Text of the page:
- The Washington Times - Thursday, December 9, 2004

PONTIAC, Mich. — Five Indiana Pacers players and seven Detroit Pistons fans were charged yesterday in one of the worst brawls in U.S. sports history — the melee last month that broke out on the basketball court and spread to the stands.

NBA players Ron Artest, Stephen Jackson, David Harrison and Anthony Johnson all were charged with one count of assault and battery, a misdemeanor that could bring three months in jail and a $500 fine. Three-time All-Star Jermaine O’Neal was charged with two counts of the same offense.

Five of the fans were charged with the same offenses. One of them, Bryant Jackson, 35, also was charged with felony assault for reportedly hurling a chair. That crime is punishable by up to four years in prison, but he could get even more time because he has prior criminal convictions.

Fan John Green, 39, who is accused of throwing a cup at Artest, splashing him and sparking the brawl, also has a prior criminal record. The other fans and players likely would not face jail time if they have clean records.

“Typically, someone who has no prior criminal record and due to the fact there were no extenuating injuries, [they likely would face] probations, fines and costs,” Oakland County prosecutor David Gorcyca said.

Now that arrest warrants have been issued, the prosecutor said the players and fans charged are required to turn themselves in. He said some of the accused or their attorneys have contacted his office earlier and said they would do so.

Bryant Jackson, who appeared briefly in court yesterday afternoon, told a judge he has convictions for carrying a concealed weapon and domestic violence. Asked for comment afterward, he raised his fist and said “Pistons.”

The fight erupted Nov. 19 during an Indiana Pacers-Detroit Pistons game after an on-court dispute over a foul. A fan tossed a drink at Artest, who then charged into the stands and began beating a man he mistakenly thought had done it.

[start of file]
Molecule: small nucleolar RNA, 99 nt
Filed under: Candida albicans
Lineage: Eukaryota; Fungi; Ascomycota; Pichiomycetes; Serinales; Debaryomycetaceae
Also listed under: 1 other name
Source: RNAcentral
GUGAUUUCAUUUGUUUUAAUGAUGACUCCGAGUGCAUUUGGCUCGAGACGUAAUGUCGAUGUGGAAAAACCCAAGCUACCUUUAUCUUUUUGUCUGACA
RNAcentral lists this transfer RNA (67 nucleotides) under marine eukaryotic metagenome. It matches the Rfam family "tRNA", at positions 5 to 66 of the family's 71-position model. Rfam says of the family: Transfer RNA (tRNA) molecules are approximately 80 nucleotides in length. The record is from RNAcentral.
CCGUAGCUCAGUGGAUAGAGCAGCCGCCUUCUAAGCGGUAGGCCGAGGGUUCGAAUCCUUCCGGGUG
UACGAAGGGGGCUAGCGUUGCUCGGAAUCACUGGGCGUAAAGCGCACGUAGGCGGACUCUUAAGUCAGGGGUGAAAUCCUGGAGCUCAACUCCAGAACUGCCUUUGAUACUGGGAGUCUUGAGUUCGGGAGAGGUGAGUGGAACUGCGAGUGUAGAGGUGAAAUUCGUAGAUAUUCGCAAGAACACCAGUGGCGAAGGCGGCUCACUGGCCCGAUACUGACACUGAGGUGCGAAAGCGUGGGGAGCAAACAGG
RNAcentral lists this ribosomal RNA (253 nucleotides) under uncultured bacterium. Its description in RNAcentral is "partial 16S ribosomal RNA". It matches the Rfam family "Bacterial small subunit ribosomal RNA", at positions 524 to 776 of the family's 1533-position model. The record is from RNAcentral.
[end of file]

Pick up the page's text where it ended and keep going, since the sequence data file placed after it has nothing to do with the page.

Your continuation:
“John Green … in my mind single-handedly incited this whole interaction between the fans and players and probably is the one that’s most culpable,” said Mr. Gorcyca, who relied in part on video footage of the brawl in bringing charges.

Green’s lawyer, Shawn Smith, called the charges against his client “outrageous and the worst kind of politics” and said the prosecutor was caving to the big business of basketball by “picking on the little guy.”

“He’s setting an example,” Mr. Smith said of Mr. Gorcyca. “And I’m all for setting an example, but tell him to leave the game, don’t prosecute him.”

The fans charged included the brother of Detroit Pistons star Ben Wallace, David, of Selma, Ala., who was in town to watch the game, and two others who reportedly threw cups in players’ faces. Two others were charged with violating a local ordinance that prohibits fans from entering the court.

Two of the fans involved, Green and Charlie Haddad, who was charged with entering the court, have been banned from the Palace, the home arena of the Pistons. Pistons spokesman Matt Dobek said letters would go out today to the other four fans charged with assault informing them they, too, are no longer allowed at the arena.

After Artest climbed into the stands, Stephen Jackson joined him and threw punches at fans, who punched back. O’Neal hit a fan who ran onto the court. Mr. Gorcyca said there was no evidence that any Pistons players threw punches during the melee.

Stephen Jackson’s lawyer, James Burdick, said the basketball player was defending himself.

“The problem is this: a few crazed drunken fans who created a chaotic situation,” Mr. Burdick said. “Steve responded in a way that he thought was necessary to protect himself and protect his friends.”

Harrison’s attorney, Walter Piszczatowski, said the athlete was acting as a “peacekeeper.”

“He was trying to make sure everybody was safe,” he said.

Pacers chief executive Donnie Walsh said the team could not comment.

“In the meantime, we will continue to support our players in every possible way for the duration of these proceedings and afterward,” he said.

NBA Commissioner David Stern has suspended Artest for the rest of the season, Jackson for 30 games and O’Neal for 25. Six other players — including four members of the Pistons — received shorter suspensions.

The NBA had no comment other than to say it cooperated in the investigation and did not plan further discipline.

The players union is appealing the suspensions of Artest, Stephen Jackson and O’Neal, and a grievance hearing is scheduled for today in New York.

Mr. Gorcyca said investigators are trying to identify all the fans who entered the court during the fight or dumped drinks and debris on players. More people could be charged, he said.

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